The Great Outdoors spoke to Director of Training for Wilderness Scotland, Associate Instructor at Glenmore Lodge and Leave no Trace Master Educator Myles Farnbank to get a few tips on how backpackers and wild campers can ensure they leave the land as close as possible to how they found it.

Main image: An early morning cloud inversion on Cnicht. | Credit: Francesca Donovan

These ‘leave no trace’ principles are held dear by any responsible wild camper and outdoors enthusiast.

The 7 principles of Leave No Trace: in brief

  1. Plan ahead and prepare
  2. Travel and camp on durable ground
  3. Dispose of waste properly
  4. Leave what you find
  5. Minimise the effects of fire
  6. Respect farm animals and wildlife
  7. Be considerate of others
Summer wild camping with a sleeping bag for summer in the Peak District where you should leave no trace

A summertime wild camp on Chrome Hill in the Peak District. Credit: Francesca Donovan

Now, for the details on how to put these principles into practice when you’re enjoying the great outdoors.

Choose your spot carefully

“If your chosen camp site is already heavily impacted by previous visitors, keep your tent within the impacted area. Further from the beaten track where there is no sign of people having camped in the location previously, spread your tents out to reduce the impact from group camping, and choose a site with durable ground cover (bare rock, sand or dry grass) for your communal area.

The areas that are most sensitive are those between the two. If you find a place that is just starting to show signs of impact, then it is likely to recover into a pristine situation if left fallow – so camp elsewhere.”

Calls of nature

“Urine is relatively innocuous and unless there is a lot if it concentrated in a relatively small space then it doesn’t have a particularly negative impact. But going for a ‘number two’ can have a significantly damaging impact on both health and water quality. Move well away from your camp site and at least 50m from any permanent bodies of water. The leave no trace guidance is 75m away, which is a considerable distance.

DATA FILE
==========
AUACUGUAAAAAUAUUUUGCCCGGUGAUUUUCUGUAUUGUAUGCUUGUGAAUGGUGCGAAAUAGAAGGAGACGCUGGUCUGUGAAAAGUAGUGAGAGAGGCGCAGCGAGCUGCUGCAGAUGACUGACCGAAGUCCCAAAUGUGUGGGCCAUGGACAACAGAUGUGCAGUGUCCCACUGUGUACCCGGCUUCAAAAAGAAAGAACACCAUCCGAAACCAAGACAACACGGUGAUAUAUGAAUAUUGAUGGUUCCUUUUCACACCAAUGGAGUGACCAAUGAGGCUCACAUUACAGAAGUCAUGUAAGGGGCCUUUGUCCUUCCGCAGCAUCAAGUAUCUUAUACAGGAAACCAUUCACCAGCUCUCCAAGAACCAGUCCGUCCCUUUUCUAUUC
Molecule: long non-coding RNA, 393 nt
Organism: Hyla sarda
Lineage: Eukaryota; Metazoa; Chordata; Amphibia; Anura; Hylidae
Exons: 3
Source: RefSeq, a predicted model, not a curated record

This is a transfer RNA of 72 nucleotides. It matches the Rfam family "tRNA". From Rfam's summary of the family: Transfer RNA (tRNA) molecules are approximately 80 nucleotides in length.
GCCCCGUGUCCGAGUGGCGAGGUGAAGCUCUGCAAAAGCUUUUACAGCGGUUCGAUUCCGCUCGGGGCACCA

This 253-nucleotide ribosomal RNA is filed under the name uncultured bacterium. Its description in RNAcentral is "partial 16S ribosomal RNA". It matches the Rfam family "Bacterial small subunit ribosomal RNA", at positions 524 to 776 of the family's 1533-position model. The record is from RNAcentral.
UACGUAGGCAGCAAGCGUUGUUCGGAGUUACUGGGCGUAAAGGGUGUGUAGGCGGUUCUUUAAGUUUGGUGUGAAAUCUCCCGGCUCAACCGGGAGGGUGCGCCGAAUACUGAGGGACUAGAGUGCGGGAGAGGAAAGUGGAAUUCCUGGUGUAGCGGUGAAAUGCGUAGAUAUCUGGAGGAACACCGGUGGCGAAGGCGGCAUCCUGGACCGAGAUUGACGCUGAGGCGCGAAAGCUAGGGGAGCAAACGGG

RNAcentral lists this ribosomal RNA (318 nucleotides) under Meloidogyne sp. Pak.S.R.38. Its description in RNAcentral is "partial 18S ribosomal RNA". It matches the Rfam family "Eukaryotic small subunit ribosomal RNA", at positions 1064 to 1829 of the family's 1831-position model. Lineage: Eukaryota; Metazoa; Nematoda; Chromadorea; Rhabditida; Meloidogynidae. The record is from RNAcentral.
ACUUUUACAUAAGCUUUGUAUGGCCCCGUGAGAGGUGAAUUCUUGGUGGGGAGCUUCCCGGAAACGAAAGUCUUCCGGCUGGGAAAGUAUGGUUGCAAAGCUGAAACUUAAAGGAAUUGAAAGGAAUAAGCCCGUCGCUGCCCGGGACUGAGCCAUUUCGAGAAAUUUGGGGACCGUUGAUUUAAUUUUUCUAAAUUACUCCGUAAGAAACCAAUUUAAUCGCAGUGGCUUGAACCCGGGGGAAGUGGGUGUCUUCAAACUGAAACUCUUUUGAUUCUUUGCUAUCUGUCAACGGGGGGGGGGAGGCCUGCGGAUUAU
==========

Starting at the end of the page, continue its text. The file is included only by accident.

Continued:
The sun rises over a perfect Dartmoor wild camp.

The sun rises over a perfect Dartmoor wild camp. Credit: David Guest

Some organisations recommend as little as 30m distance from fresh water, which is fine if done properly using a cathole but 50m is a safer distance. A cathole needs to be at least 15-20cm wide and 15-20cm deep, to avoid attracting flies and other animals and to ensure the waste is deep in the humus area of the soil.”

Toilet paper

“Toilet paper is made up of very short wood fibre in order to break down in our sewage system. Buy unscented, unbleached, recycled toilet paper as it breaks down more quickly. The higher you go up the mountain, the poorer bacterially the soils are so waste takes longer to break down

But do not burn toilet paper. It doesn’t burn easily once used and there have been some significant wildfires caused by people trying to set fire to toilet paper, including one in Scotland a few years ago. Wet wipes should never be left in catholes. They contain chemicals and plastic and won’t break down quickly at all. If you use them, bring a container to take them away afterwards.”

Plan your meals

West Highland Way - James Forrest wildcamp on Beinn a'Chrulaiste 4

A West Highland Way wild camp on Beinn a’Chrulaiste. Credit: James Roddie